I GREW UP IN SOUTHERN CALIFORNIA near a medical school, with multiple hospitals located a short distance from my home. I also attended a Christian denominational K–12 school that encouraged its young people to become doctors, nurses, and other health care professionals so they could serve the world as medical missionaries. It was easy to think one needed to be either a doctor or a pastor to be doing the Lord’s work.
With an emphasis toward careers in science and medicine, my high school offered advanced classes in biology, chemistry, and anatomy and physiology — none of which were my thing. At my first biology class dissection, I sliced my worm entirely in half instead of using my scalpel to gently cut through each layer of skin.
Fortunately, my dad isn’t a stereotypical Asian father who might have pushed his kids to become doctors. He had already broken ranks to study business while his two brothers graduated from medical school.
“Your vocation in life is where your greatest joy meets the world’s greatest need.” — Frederick Buechner
I grew up watching my father enthusiastically help people as a financial consultant and planner.
Widows came to his office bereaved and stressed over how to deal with finances following the death of a spouse. My father advised them on tax considerations and pension distributions.
Young couples met with him to figure out how to strategically pay down student loans or buy a house. He provided financial advice so that people could educate their children and care for aging parents. My father’s financial counsel was his mission work, and by his example, I learned that we can all participate in God’s redemptive work through our endeavors.
The late theologian and writer Frederick Buechner, who passed away in August, once wrote, “Your vocation in life is where your greatest joy meets the world’s greatest need.”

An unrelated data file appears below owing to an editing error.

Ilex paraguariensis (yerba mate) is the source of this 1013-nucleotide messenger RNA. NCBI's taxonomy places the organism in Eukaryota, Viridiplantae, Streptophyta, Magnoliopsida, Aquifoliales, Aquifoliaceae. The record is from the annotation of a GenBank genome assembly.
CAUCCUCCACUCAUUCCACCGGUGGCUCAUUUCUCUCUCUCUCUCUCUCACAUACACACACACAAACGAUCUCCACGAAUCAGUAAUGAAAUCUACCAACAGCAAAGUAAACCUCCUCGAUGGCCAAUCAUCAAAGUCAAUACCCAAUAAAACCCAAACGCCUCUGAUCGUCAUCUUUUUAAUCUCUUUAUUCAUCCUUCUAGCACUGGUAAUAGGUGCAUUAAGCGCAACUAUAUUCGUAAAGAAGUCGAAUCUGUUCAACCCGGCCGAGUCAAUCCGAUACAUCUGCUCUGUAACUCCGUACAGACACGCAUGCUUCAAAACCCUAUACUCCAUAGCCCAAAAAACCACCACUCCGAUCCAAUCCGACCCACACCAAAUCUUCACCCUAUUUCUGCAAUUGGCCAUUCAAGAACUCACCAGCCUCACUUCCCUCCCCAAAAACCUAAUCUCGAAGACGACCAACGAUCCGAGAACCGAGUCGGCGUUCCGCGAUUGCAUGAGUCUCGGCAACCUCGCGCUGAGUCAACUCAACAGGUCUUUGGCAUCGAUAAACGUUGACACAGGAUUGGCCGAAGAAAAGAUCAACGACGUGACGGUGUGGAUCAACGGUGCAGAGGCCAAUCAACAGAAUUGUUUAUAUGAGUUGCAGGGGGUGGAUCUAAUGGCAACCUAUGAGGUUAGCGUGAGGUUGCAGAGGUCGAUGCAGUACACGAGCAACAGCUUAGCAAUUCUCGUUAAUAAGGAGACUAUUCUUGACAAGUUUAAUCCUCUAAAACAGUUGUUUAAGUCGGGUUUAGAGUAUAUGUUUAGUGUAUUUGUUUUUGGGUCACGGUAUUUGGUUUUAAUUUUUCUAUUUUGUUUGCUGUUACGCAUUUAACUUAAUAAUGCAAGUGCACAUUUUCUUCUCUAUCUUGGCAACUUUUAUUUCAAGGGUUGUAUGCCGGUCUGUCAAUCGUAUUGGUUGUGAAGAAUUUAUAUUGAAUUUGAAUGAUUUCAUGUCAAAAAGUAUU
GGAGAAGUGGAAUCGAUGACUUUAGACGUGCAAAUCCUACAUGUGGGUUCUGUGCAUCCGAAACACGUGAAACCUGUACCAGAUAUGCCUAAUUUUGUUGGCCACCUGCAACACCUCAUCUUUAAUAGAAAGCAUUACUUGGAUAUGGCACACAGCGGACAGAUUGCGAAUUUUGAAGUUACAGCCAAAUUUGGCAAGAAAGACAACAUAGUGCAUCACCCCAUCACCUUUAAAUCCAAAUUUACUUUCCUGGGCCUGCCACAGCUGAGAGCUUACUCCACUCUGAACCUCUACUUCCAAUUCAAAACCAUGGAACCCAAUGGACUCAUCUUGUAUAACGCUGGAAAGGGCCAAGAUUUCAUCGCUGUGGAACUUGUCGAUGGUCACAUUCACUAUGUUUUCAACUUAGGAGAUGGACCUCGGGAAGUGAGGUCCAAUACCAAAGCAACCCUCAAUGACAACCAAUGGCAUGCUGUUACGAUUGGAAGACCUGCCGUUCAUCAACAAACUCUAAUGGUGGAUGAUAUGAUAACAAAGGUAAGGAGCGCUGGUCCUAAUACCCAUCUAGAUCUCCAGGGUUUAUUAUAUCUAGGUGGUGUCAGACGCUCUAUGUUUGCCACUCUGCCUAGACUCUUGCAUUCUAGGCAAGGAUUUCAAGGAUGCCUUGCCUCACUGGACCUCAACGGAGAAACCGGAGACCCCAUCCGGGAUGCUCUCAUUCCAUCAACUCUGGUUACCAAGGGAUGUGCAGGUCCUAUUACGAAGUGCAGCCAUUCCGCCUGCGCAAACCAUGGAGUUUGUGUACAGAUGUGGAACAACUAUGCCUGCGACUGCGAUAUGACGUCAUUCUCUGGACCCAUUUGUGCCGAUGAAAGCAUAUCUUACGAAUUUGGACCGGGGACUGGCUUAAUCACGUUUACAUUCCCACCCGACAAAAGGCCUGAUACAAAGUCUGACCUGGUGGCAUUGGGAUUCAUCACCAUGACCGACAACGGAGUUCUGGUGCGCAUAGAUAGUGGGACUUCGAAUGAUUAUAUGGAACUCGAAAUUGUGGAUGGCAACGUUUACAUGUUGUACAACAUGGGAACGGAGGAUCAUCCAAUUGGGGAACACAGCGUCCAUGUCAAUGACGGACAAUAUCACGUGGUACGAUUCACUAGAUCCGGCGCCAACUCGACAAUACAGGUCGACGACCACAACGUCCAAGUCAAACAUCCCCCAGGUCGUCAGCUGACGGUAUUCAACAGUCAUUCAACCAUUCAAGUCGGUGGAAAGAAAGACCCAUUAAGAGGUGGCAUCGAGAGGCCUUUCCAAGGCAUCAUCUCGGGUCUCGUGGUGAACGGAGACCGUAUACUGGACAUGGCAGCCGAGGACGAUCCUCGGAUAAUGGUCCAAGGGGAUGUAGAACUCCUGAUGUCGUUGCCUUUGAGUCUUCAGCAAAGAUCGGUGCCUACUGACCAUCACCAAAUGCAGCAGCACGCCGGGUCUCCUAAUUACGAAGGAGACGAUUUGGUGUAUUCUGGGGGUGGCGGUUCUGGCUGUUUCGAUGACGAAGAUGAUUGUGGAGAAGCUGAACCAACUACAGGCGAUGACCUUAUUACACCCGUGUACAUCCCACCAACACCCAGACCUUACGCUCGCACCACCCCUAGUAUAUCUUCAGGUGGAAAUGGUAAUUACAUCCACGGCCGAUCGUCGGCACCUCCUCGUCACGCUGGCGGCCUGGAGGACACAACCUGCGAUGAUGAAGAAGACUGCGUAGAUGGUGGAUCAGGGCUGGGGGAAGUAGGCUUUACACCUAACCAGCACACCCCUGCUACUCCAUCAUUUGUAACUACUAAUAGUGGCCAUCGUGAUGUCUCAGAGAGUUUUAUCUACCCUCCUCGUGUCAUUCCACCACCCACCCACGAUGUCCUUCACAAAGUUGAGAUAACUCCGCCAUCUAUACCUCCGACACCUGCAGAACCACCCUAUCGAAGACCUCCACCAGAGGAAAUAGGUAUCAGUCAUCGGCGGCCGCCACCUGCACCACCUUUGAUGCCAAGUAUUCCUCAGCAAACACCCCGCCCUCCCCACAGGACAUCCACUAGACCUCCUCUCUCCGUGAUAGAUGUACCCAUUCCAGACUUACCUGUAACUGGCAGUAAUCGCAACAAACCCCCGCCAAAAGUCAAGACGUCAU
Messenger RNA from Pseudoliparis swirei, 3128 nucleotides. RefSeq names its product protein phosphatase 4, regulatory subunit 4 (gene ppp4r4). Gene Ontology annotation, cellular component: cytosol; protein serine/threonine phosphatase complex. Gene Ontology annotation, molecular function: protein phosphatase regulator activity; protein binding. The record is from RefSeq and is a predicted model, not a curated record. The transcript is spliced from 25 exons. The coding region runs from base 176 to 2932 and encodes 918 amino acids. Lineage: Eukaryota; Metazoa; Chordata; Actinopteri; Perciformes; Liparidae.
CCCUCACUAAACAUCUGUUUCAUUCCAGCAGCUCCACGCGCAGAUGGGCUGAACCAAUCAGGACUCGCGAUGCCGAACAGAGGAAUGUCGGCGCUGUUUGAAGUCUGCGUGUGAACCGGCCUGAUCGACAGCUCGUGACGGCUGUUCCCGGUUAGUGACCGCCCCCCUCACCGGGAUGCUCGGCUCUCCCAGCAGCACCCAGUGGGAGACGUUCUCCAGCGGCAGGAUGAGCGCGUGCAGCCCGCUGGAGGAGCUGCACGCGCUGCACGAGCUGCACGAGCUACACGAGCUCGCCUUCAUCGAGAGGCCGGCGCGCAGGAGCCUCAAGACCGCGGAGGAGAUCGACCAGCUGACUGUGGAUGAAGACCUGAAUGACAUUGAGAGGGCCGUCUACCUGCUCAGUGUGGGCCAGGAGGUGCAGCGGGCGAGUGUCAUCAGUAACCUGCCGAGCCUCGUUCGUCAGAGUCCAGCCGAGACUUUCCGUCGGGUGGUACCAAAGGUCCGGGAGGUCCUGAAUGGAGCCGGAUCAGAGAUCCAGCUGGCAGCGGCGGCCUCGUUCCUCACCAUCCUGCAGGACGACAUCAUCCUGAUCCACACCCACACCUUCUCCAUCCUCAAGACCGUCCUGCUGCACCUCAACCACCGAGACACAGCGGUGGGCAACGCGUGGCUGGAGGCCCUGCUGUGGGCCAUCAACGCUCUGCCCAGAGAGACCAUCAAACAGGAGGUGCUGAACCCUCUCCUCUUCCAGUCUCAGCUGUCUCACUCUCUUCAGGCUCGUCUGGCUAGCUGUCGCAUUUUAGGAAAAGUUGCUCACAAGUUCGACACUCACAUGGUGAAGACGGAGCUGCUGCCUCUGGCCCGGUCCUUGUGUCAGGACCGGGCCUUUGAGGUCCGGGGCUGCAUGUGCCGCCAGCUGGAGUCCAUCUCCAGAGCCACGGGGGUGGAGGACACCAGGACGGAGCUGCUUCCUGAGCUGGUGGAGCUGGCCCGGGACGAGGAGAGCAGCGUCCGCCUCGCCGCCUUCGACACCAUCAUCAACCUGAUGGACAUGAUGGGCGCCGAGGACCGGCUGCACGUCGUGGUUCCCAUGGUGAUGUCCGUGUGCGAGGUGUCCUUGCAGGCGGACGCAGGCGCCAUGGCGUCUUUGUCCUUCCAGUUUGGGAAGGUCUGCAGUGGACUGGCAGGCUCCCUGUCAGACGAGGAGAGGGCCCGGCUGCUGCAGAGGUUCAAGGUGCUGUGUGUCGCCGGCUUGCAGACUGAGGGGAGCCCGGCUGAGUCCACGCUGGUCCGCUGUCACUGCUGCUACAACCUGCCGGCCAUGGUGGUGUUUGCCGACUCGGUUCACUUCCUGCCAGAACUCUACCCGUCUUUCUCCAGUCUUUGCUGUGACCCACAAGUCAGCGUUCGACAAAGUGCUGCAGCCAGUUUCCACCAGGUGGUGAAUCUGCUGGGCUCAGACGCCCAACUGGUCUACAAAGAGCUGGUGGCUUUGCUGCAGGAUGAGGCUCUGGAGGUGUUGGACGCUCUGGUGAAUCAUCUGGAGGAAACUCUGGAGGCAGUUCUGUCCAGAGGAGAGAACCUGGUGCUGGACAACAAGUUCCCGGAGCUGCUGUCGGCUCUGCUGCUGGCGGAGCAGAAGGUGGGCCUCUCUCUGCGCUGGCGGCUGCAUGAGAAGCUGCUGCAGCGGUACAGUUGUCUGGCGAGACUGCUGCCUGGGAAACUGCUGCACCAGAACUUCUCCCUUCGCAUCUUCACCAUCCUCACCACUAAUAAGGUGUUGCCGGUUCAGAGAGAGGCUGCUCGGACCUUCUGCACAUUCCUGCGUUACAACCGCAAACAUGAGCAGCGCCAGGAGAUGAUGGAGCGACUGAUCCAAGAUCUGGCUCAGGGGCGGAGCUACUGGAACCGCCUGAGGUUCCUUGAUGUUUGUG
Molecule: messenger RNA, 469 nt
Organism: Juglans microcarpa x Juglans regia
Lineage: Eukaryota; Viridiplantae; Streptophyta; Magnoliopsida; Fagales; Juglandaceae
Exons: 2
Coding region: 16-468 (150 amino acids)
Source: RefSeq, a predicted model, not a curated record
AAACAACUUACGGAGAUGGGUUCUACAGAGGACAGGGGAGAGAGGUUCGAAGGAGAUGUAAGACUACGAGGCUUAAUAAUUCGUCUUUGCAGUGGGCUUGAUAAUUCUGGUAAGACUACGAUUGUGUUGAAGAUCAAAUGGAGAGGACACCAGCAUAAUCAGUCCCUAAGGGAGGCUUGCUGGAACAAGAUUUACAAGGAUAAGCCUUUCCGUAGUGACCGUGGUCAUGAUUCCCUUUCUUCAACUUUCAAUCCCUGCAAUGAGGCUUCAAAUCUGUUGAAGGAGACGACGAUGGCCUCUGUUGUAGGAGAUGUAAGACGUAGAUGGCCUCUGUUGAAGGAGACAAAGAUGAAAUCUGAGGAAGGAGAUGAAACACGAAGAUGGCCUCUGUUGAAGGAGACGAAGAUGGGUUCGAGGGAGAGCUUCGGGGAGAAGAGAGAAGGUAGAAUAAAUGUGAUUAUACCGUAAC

I frequently thought of that quote while working on this issue of Response. Vocation was something Zelda Tiemann ’22 never thought about through her turbulent childhood. She ended up serving time in a women’s prison before a mentor introduced her to God and helped turn her life around. This year, she graduated from SPU with a 3.6 GPA and now helps other women through her job at Union Gospel Mission’s Hope Place in Seattle.
Skip Li ’66 founded the nonprofit Agros to help impoverished people in Latin America achieve the rare dream of becoming landowners.
You’ll want to read about Eric and Keri Stumberg, whom SPU recognized this year with the President’s Award for Philanthropy. And Steve Bell, founder of Bellmont Cabinets, was honored this fall with the Frank Haas Integrity in Business award from SPU’s Center for Faithful Business.
It’s inspiring to read about these industry leaders. It’s also amazing to encounter altruistic alumni such as Bobby McLaughlin ’89, who not only donated a kidney to a stranger but also helped organize a climb of Mount Kilimanjaro by living kidney donors to help raise awareness of what you can still accomplish with just one kidney.
I hope these stories encourage you to reflect on how God is calling you, as Buechner would say, to the place where your deep gladness and the world’s deep hunger meet.